Wine grape farmer Stephan van Zyl and solar power company Solairedirect have joined forces in a research project that could help farmers slash their electricity costs. Denene Erasmus reports.
Rapidly rising electricity costs are narrowing farming profit margins and even threatening the survival of some sectors of South Africa’s agricultural industry. The pressure is on for farmers to find ways of slashing their power bills. Orange River grape farmer Stephan van Zyl has taken this to heart. He has partnered with solar power company Solairedirect Southern Africa to build what may be South Africa’s largest photovoltaic (PV) solar system dedicated to pumping water on his farm near Groblershhoop in the Northern Cape.
Solairedirect generates electricity using solar photovoltaic technology such as solar panels.
“The aim is to provide Stephan with enough electricity to power his 30kW pumping station, which pumps significant volumes of water from the river for irrigation,” says Solairedirect managing director Ryan Hammond.
Stephan says the project’s main purpose is to investigate the viability of such a system on irrigation farms.
“Planting new vineyards is a long-term investment and we expect them to be in production for 25 to 30 years,” he says. “One of the factors we have to consider is the cost of the electricity needed for irrigation. In the past 10 years this has increased sixfold and even greater increases are expected.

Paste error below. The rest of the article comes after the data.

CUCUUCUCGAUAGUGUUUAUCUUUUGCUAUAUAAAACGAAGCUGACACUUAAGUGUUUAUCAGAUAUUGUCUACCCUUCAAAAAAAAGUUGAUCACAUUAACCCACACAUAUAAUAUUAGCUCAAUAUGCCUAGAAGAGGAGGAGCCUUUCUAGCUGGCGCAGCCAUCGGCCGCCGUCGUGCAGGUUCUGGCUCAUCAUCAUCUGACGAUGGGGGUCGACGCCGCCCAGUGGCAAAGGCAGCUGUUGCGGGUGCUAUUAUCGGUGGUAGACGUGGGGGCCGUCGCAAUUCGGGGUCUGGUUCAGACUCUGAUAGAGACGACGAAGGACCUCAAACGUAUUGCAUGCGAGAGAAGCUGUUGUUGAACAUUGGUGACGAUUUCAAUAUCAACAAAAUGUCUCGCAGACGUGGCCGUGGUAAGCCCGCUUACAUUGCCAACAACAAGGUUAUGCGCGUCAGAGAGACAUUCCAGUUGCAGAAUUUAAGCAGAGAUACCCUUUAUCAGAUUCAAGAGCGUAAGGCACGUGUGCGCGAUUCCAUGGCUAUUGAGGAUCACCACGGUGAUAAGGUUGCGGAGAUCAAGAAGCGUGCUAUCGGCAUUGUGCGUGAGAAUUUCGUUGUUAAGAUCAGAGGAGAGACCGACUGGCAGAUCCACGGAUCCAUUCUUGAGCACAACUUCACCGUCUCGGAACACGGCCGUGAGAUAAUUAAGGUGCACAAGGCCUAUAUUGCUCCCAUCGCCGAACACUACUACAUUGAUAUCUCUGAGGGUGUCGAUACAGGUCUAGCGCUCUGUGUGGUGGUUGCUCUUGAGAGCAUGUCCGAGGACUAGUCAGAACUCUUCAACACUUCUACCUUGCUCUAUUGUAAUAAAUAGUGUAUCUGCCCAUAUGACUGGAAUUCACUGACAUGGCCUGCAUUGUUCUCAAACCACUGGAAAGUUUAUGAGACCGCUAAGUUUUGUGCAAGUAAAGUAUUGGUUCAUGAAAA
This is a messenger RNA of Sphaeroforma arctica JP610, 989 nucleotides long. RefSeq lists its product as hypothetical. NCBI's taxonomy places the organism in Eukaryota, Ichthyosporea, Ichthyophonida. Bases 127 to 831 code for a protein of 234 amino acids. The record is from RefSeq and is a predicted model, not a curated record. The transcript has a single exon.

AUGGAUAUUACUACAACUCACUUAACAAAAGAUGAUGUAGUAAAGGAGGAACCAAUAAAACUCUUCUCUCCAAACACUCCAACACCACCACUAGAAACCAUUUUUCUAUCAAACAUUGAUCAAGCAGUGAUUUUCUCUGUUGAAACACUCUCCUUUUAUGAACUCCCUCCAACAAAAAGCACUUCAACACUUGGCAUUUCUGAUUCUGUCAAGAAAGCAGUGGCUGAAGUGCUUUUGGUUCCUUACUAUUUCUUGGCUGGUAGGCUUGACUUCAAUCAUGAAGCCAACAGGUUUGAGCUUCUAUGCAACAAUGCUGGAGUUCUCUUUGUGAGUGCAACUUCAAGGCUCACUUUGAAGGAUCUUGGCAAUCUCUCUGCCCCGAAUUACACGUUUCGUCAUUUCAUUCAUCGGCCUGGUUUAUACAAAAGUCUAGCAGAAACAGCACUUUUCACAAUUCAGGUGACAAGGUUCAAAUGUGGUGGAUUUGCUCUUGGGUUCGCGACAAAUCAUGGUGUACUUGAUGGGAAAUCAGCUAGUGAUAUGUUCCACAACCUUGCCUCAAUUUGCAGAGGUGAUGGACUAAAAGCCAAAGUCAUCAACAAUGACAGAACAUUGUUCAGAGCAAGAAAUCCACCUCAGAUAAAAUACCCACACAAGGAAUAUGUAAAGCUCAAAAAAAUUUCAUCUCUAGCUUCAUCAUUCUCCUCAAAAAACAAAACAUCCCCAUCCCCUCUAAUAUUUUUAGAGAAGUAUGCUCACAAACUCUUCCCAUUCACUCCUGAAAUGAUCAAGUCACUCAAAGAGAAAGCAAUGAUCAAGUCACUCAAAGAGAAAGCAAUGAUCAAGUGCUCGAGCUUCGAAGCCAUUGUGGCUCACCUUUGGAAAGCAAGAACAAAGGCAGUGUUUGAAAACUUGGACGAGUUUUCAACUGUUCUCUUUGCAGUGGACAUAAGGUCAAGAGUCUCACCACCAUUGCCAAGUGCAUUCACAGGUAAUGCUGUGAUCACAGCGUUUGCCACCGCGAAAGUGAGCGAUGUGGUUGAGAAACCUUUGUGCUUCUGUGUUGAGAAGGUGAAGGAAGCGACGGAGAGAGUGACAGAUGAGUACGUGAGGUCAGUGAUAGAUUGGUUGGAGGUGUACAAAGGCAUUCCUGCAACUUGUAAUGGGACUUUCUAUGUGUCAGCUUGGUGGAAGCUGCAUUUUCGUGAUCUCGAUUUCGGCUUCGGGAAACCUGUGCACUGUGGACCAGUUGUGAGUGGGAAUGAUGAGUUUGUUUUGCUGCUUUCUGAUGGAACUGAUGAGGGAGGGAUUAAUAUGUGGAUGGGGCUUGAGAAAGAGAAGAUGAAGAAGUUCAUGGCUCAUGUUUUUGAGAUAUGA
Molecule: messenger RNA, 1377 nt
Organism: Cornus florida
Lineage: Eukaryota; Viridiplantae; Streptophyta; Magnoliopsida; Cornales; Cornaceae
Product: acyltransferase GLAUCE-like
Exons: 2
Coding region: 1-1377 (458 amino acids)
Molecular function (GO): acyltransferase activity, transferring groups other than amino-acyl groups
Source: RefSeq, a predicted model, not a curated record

“At this rate it’s very difficult to work out a budget and cost plan for new vineyards. We need more predictable energy prices to determine whether planting will be viable.
“This is one of the big advantages of Solairedirect’s planned system.” Solairedirect will use the project as a research and development tool to test different types of PV panels, such as thin-film technologies and polycrystalline and monocrystalline panels. Some of these are made by its sister company solairedirect Technologies, in its Cape Town manufacturing facility.
“We’ll record the performance of each of the different panels over the products’ proven 25-year lifespan,” says Ryan. “with continued exposure to the high-temperature environment, which experiences regular summer heat waves of over 40C, we want to monitor the degradation of the panels in the long term.”
The system will take about eight weeks to build and will be functional by July, with a working life of 25 to 30 years.
“Solar power is the ideal answer for the future of the agri-industry’s fight for profitability in the face of ever-rising costs,” Ryan says, “and Solairedirect has the expertise and proven track record to help the industry take advantage of it.”
Contact Solairedirect on 021 953 6000 or email firstname.lastname@example.org